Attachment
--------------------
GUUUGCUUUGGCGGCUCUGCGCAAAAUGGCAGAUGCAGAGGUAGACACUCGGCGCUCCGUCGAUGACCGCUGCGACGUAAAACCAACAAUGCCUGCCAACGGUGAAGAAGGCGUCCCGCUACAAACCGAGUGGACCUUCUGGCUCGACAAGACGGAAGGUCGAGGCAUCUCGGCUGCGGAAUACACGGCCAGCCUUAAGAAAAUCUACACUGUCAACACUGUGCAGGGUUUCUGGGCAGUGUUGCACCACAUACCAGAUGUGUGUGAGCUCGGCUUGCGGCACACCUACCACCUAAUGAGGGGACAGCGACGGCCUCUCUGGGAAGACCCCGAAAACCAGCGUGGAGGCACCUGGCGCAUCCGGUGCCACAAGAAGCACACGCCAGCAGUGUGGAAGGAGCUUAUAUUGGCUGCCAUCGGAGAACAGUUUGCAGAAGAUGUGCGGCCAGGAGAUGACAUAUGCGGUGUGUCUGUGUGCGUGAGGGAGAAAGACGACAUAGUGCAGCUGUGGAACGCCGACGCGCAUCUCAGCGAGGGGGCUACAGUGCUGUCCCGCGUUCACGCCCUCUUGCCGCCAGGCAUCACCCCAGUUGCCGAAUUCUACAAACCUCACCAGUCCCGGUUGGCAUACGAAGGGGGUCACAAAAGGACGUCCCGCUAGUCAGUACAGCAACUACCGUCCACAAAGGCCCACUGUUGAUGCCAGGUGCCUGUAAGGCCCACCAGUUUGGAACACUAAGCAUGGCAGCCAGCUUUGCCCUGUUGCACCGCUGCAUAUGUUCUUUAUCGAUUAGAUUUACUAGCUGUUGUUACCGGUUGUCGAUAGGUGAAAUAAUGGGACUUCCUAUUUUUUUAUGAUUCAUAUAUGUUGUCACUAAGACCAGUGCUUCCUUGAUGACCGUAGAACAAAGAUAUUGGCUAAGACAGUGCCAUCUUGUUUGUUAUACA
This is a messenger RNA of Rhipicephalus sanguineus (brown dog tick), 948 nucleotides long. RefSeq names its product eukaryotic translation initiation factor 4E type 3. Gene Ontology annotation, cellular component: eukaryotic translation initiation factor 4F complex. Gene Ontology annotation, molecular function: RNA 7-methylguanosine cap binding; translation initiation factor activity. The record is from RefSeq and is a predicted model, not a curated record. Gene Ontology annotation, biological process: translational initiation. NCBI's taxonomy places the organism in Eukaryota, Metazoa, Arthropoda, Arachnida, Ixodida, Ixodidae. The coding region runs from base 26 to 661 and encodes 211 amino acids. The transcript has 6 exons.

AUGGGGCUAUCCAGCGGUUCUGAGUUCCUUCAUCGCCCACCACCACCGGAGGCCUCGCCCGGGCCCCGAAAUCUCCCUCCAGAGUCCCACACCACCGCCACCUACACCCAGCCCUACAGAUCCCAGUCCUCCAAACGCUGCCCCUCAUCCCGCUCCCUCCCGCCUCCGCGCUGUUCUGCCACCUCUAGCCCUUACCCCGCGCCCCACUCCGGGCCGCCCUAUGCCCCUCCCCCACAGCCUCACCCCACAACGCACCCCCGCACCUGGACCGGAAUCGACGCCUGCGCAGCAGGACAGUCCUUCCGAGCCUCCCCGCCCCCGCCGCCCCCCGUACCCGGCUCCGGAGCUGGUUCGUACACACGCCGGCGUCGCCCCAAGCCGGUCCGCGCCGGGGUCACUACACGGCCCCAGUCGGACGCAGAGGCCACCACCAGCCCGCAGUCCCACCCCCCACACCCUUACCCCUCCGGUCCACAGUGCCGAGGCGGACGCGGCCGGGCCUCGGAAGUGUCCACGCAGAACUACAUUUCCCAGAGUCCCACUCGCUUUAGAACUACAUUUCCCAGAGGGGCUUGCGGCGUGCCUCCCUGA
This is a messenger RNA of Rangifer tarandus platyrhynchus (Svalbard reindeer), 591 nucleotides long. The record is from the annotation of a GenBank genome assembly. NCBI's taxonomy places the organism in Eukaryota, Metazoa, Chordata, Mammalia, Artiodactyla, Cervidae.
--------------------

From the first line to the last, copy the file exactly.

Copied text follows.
GUUUGCUUUGGCGGCUCUGCGCAAAAUGGCAGAUGCAGAGGUAGACACUCGGCGCUCCGUCGAUGACCGCUGCGACGUAAAACCAACAAUGCCUGCCAACGGUGAAGAAGGCGUCCCGCUACAAACCGAGUGGACCUUCUGGCUCGACAAGACGGAAGGUCGAGGCAUCUCGGCUGCGGAAUACACGGCCAGCCUUAAGAAAAUCUACACUGUCAACACUGUGCAGGGUUUCUGGGCAGUGUUGCACCACAUACCAGAUGUGUGUGAGCUCGGCUUGCGGCACACCUACCACCUAAUGAGGGGACAGCGACGGCCUCUCUGGGAAGACCCCGAAAACCAGCGUGGAGGCACCUGGCGCAUCCGGUGCCACAAGAAGCACACGCCAGCAGUGUGGAAGGAGCUUAUAUUGGCUGCCAUCGGAGAACAGUUUGCAGAAGAUGUGCGGCCAGGAGAUGACAUAUGCGGUGUGUCUGUGUGCGUGAGGGAGAAAGACGACAUAGUGCAGCUGUGGAACGCCGACGCGCAUCUCAGCGAGGGGGCUACAGUGCUGUCCCGCGUUCACGCCCUCUUGCCGCCAGGCAUCACCCCAGUUGCCGAAUUCUACAAACCUCACCAGUCCCGGUUGGCAUACGAAGGGGGUCACAAAAGGACGUCCCGCUAGUCAGUACAGCAACUACCGUCCACAAAGGCCCACUGUUGAUGCCAGGUGCCUGUAAGGCCCACCAGUUUGGAACACUAAGCAUGGCAGCCAGCUUUGCCCUGUUGCACCGCUGCAUAUGUUCUUUAUCGAUUAGAUUUACUAGCUGUUGUUACCGGUUGUCGAUAGGUGAAAUAAUGGGACUUCCUAUUUUUUUAUGAUUCAUAUAUGUUGUCACUAAGACCAGUGCUUCCUUGAUGACCGUAGAACAAAGAUAUUGGCUAAGACAGUGCCAUCUUGUUUGUUAUACA
This is a messenger RNA of Rhipicephalus sanguineus (brown dog tick), 948 nucleotides long. RefSeq names its product eukaryotic translation initiation factor 4E type 3. Gene Ontology annotation, cellular component: eukaryotic translation initiation factor 4F complex. Gene Ontology annotation, molecular function: RNA 7-methylguanosine cap binding; translation initiation factor activity. The record is from RefSeq and is a predicted model, not a curated record. Gene Ontology annotation, biological process: translational initiation. NCBI's taxonomy places the organism in Eukaryota, Metazoa, Arthropoda, Arachnida, Ixodida, Ixodidae. The coding region runs from base 26 to 661 and encodes 211 amino acids. The transcript has 6 exons.

AUGGGGCUAUCCAGCGGUUCUGAGUUCCUUCAUCGCCCACCACCACCGGAGGCCUCGCCCGGGCCCCGAAAUCUCCCUCCAGAGUCCCACACCACCGCCACCUACACCCAGCCCUACAGAUCCCAGUCCUCCAAACGCUGCCCCUCAUCCCGCUCCCUCCCGCCUCCGCGCUGUUCUGCCACCUCUAGCCCUUACCCCGCGCCCCACUCCGGGCCGCCCUAUGCCCCUCCCCCACAGCCUCACCCCACAACGCACCCCCGCACCUGGACCGGAAUCGACGCCUGCGCAGCAGGACAGUCCUUCCGAGCCUCCCCGCCCCCGCCGCCCCCCGUACCCGGCUCCGGAGCUGGUUCGUACACACGCCGGCGUCGCCCCAAGCCGGUCCGCGCCGGGGUCACUACACGGCCCCAGUCGGACGCAGAGGCCACCACCAGCCCGCAGUCCCACCCCCCACACCCUUACCCCUCCGGUCCACAGUGCCGAGGCGGACGCGGCCGGGCCUCGGAAGUGUCCACGCAGAACUACAUUUCCCAGAGUCCCACUCGCUUUAGAACUACAUUUCCCAGAGGGGCUUGCGGCGUGCCUCCCUGA
This is a messenger RNA of Rangifer tarandus platyrhynchus (Svalbard reindeer), 591 nucleotides long. The record is from the annotation of a GenBank genome assembly. NCBI's taxonomy places the organism in Eukaryota, Metazoa, Chordata, Mammalia, Artiodactyla, Cervidae.